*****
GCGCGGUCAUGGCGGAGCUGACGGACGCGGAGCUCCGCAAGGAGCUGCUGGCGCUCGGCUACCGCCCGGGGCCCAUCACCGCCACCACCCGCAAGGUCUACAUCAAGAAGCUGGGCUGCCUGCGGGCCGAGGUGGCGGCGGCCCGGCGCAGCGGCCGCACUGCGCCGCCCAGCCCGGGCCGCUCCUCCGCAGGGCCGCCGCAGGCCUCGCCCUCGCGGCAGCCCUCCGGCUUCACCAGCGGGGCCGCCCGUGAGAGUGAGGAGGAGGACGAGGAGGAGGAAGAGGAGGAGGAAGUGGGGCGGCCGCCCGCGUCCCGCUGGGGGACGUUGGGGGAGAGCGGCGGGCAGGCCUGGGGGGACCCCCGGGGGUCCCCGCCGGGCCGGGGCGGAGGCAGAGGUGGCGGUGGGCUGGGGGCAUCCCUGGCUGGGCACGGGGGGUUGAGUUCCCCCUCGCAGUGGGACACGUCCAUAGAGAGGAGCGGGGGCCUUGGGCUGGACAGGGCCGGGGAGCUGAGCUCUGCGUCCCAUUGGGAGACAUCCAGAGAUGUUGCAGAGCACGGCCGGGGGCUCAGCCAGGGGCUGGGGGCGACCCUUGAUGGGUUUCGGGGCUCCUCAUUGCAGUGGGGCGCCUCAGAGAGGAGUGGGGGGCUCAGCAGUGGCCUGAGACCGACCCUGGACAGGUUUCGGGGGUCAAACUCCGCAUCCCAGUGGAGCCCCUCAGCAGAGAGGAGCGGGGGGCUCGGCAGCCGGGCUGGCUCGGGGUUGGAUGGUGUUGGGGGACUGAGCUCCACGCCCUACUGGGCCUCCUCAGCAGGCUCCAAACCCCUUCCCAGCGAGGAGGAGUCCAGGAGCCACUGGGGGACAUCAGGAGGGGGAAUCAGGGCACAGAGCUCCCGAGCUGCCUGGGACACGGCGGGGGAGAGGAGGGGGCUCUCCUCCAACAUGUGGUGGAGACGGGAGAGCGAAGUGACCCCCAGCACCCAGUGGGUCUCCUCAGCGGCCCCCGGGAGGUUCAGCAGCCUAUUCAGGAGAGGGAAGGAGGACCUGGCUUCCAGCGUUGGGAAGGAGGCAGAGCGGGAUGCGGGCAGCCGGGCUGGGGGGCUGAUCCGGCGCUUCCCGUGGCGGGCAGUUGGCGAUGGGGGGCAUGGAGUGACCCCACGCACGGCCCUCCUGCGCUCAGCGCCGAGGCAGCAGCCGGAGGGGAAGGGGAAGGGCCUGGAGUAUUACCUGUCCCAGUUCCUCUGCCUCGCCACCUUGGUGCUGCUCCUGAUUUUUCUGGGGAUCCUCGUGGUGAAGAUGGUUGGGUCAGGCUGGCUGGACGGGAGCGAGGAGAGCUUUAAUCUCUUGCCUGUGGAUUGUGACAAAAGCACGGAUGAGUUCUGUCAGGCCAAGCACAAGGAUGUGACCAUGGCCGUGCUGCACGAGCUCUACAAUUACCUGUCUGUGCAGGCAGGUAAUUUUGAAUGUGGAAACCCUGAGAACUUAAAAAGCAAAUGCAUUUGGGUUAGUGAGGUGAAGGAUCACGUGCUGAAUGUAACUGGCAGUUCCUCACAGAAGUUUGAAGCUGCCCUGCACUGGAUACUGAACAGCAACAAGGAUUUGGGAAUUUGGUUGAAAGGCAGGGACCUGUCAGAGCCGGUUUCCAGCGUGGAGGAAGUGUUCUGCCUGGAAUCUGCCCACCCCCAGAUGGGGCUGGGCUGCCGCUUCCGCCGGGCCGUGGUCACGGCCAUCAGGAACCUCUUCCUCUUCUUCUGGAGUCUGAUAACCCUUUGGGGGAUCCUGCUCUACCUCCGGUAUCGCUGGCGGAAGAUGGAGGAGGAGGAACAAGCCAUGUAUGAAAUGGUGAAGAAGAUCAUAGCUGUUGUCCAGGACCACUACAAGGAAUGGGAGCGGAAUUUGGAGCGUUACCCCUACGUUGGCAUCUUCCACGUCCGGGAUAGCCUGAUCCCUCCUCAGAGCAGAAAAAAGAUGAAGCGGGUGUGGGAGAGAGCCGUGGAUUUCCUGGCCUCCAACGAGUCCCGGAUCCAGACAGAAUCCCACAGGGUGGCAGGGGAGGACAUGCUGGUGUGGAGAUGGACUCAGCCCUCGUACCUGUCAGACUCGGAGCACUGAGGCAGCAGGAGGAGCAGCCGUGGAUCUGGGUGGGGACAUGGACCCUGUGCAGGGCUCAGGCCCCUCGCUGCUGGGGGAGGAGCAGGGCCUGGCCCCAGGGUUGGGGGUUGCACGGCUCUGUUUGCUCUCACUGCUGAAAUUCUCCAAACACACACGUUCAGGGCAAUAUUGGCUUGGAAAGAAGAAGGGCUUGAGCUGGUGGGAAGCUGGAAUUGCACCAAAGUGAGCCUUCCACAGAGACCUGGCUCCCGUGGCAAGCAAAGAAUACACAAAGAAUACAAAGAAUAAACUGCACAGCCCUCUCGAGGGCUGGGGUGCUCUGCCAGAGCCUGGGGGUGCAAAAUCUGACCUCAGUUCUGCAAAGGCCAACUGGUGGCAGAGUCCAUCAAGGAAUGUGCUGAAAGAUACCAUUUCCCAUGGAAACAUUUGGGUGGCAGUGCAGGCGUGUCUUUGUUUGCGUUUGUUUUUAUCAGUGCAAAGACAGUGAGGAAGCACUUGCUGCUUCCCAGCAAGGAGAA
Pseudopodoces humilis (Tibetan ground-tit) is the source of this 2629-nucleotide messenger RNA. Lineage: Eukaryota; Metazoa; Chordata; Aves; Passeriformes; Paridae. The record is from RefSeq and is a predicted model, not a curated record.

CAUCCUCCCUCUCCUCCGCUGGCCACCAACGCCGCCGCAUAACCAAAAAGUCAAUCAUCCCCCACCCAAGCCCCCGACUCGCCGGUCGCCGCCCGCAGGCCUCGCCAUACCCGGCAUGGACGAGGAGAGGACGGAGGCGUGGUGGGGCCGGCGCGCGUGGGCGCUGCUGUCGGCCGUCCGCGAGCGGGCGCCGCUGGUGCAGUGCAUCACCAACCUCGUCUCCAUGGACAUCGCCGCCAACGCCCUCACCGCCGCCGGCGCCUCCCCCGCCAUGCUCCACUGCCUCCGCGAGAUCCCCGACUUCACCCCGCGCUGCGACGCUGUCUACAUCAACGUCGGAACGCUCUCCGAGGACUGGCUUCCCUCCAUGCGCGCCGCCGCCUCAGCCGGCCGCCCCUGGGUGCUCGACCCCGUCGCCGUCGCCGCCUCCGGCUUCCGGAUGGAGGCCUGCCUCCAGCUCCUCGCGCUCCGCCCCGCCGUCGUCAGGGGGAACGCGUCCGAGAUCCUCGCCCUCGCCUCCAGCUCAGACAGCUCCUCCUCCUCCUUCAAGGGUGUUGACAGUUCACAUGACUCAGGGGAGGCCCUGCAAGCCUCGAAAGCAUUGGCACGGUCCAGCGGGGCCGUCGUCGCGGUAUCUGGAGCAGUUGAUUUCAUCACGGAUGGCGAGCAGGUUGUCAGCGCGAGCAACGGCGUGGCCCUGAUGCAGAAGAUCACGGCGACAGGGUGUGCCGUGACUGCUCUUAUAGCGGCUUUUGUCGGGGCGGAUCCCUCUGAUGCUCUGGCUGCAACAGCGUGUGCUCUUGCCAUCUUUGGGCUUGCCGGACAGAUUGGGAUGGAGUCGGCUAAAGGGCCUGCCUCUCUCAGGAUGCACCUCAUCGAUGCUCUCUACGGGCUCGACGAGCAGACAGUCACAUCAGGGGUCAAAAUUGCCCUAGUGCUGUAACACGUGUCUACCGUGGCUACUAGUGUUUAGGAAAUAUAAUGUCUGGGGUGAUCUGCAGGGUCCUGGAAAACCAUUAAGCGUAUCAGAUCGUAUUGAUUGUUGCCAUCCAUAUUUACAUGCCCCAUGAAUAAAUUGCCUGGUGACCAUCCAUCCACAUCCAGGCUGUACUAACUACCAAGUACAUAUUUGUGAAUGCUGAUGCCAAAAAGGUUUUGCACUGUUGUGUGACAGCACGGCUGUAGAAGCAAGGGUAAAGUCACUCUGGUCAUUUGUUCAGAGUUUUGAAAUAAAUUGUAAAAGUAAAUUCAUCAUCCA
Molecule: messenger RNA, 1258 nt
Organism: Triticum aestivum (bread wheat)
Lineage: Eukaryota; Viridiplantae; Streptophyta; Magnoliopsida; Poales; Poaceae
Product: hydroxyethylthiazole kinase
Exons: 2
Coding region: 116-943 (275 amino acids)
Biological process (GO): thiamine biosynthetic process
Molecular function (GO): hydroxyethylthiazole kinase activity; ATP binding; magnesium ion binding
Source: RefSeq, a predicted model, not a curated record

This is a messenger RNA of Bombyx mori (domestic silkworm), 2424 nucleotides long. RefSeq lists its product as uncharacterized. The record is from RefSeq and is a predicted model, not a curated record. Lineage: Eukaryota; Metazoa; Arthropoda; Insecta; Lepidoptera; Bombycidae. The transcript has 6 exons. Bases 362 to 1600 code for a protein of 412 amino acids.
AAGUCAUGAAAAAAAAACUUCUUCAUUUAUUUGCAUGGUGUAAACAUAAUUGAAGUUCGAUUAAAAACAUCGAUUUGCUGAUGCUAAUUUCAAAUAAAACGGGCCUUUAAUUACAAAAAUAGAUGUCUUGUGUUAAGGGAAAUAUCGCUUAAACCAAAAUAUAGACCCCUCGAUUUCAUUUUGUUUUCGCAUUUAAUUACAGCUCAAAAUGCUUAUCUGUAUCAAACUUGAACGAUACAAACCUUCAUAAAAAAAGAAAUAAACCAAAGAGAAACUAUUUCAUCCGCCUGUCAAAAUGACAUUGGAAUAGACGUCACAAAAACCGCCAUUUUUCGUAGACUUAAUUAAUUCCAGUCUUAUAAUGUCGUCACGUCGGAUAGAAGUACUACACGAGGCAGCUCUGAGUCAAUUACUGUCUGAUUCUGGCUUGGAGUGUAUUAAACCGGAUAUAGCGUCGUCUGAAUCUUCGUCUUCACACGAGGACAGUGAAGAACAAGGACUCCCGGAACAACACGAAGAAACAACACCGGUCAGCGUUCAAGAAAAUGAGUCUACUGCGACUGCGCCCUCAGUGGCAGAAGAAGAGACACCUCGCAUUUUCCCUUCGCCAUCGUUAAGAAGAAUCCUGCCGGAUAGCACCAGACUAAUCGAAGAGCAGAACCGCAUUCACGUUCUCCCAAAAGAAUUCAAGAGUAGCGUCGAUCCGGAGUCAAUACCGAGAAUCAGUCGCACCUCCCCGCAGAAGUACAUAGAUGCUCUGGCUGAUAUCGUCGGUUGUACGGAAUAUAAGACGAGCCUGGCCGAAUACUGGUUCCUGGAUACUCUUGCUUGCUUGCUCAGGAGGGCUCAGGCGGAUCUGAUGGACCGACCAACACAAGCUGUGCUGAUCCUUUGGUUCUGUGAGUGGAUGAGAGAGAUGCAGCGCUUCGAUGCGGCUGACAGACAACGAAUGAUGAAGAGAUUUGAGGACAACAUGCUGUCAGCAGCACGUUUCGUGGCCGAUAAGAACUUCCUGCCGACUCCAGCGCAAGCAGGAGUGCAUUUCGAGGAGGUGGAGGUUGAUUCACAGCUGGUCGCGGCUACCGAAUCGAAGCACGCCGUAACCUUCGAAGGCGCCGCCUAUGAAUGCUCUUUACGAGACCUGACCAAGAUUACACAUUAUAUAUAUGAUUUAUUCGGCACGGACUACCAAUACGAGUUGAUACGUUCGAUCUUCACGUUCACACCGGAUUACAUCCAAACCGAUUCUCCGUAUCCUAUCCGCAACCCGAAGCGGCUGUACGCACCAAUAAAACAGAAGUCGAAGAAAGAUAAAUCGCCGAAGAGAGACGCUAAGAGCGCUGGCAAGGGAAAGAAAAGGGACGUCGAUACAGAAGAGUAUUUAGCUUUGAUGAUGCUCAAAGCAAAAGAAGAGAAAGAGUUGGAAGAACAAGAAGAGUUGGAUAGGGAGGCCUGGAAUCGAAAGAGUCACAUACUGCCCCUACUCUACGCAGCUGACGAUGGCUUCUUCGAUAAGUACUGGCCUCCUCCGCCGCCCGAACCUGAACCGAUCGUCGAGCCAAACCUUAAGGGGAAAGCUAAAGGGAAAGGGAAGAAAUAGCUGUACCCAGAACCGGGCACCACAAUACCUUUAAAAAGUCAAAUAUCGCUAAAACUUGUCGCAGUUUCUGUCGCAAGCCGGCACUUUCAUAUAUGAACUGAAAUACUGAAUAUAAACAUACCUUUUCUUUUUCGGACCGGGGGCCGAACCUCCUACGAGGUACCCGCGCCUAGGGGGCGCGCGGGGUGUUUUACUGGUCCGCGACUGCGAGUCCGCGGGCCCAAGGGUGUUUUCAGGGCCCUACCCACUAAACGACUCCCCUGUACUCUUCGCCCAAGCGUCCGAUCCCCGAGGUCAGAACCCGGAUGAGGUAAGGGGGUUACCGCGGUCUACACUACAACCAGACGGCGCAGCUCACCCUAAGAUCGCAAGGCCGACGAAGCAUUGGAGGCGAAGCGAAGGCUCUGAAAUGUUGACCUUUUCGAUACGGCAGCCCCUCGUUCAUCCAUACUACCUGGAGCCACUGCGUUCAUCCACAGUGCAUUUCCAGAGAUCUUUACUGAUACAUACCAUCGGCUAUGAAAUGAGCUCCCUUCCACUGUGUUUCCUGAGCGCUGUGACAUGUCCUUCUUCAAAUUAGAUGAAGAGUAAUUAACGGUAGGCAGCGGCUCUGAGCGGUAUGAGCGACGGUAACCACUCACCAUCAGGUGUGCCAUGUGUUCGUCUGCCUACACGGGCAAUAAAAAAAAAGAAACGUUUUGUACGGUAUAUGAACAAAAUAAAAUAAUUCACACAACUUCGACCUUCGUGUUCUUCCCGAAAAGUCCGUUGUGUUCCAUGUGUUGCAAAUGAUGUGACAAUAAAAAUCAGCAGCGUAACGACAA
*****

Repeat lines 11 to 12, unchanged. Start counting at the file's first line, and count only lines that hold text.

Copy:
Molecular function (GO): hydroxyethylthiazole kinase activity; ATP binding; magnesium ion binding
Source: RefSeq, a predicted model, not a curated record